President Reagan, standing amid the temple-like, marble columns of the Memorial Amphitheater at Arlington National Cemetery, recalled the victims of the Vietnam War and the space shuttle Challenger yesterday in a Memorial Day address laced with the theme of peace through strength.
"Today is the day we put aside to remember fallen heroes, and to pray that no heroes will ever have to die for us again," Reagan told the sun-bleached crowd of veterans in full-dress, solemn relatives of deceased veterans, and restless children, too young to remember a time when the nation was at war.
" . . . We owe a promise to look at the world with a steady gaze, and perhaps a resigned toughness, knowing that we have adversaries in the world and challenges, and that the only way to meet them and maintain the peace is by staying strong," Reagan said. In a passage directed at Vietnam veterans, the president said, " . . . We must be strong enough to create peace where it does not exist, and be strong enough to protect it where it does. That's the lesson of this century, and I think of this day."
Reagan's brief address drew sustained applause from the audience of approximately 6,000, and seemed to please representatives of several dozen veterans groups.
"I'm from the old school, and I like to see it done right," said World War II veteran Hugh Seckinger, of yesterday's ceremony, in which the mournfulness of a wreath-laying at the Tomb of the Unknowns mixed with the pomp of the U.S. Marine Corps Band.
Elsewhere around the country, citizens found an infinite variety of ways to celebrate the patriotic day. Before a large crowd at Pearl Harbor, Hawaii National Guard jets flew a "missing man" formation over the watery grave of the USS Arizona, sunk during the Japanese attack on Dec. 7, 1941.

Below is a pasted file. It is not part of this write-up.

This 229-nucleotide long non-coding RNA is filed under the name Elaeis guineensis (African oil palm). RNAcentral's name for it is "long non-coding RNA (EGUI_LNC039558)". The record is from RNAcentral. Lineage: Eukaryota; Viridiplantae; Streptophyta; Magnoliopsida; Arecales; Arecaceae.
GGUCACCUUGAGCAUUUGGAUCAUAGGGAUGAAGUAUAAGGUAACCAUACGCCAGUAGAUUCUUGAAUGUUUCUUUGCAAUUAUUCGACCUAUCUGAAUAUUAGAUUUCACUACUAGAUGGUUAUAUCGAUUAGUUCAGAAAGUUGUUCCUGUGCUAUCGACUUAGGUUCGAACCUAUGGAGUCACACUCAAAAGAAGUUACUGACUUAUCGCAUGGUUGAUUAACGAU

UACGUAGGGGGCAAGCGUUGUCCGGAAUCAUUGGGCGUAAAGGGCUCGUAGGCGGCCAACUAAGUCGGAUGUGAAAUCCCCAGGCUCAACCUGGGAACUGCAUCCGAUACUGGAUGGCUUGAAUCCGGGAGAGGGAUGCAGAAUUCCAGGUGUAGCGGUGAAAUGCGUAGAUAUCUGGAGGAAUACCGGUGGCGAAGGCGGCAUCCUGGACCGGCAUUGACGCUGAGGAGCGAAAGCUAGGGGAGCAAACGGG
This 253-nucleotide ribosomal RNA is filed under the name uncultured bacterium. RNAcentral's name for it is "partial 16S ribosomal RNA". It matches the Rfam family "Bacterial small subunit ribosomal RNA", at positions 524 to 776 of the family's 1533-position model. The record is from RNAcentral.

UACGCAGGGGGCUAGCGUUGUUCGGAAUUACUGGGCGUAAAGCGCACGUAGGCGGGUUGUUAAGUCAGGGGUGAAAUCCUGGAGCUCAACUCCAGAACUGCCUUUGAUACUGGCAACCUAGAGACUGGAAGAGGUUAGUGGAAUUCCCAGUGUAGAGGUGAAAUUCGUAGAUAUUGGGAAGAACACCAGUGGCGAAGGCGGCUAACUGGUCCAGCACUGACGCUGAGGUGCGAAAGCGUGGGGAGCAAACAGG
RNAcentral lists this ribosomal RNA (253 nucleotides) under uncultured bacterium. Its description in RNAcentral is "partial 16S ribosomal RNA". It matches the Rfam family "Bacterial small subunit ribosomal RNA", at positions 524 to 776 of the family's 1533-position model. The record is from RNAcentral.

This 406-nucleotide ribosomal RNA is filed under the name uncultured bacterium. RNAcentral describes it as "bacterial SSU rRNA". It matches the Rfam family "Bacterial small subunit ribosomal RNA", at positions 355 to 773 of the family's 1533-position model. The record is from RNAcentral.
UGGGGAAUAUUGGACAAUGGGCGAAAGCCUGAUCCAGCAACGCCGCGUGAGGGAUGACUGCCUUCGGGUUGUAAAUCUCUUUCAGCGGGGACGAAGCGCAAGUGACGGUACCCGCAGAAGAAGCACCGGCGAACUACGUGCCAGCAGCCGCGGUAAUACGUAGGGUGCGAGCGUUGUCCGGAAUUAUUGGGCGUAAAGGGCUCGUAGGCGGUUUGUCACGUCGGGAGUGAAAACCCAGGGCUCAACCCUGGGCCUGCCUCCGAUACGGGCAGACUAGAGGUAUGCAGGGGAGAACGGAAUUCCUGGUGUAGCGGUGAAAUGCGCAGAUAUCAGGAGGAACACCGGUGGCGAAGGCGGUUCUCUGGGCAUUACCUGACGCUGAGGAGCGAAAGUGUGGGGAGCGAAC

In back yards, parks, at beaches and elsewhere, the only things in the air were Frisbees and the aroma of grilling food.
In Washington, such traditional fetes were aided by the weather, with temperatures reaching 80 degrees, moderate humidity and a 5-mile-per-hour breeze.
Other Memorial Day ceremonies in the area took place at the Civil War Cemetery at St. Elizabeths Hospital in Southeast Washington, and at the Alexandria National Cemetery.
In contrast to the service at Arlington, where almost 200,000 men and women are buried, was a service held by soldiers stationed at the Walter Reed Army Medical Center at the Battleground National Cemetery, the final resting place of 41 Union soldiers who died in the Battle of Fort Stevens in summer of 1864.
But it was the country's most recent war in Vietnam and its veterans that drew Reagan's most evocative words.
"They chose to reject the fashionable skepticism of their time," Reagan said of the Vietnam soldiers. "They seized certainty from the heart of an ambivalent age. They stood for something."
However, most of the corps of veterans who attended the ceremony, had served their country in World War II.
As they huddled in dozens of small groups after Reagan's address, many veterans clearly rejoiced in the camaraderie they learned as soldiers. They sucked in paunches to fit in old uniforms one more year, and swapped good-natured stories of successes and snafus from four decades before.
In between, however, there were melancholy memories of friends lost. "We've got our happy moments," said Mitchell Layman, a VFW member from Broadway, Va., who attended with several members of his post. "It's then that we think of the others. Part of us is gone."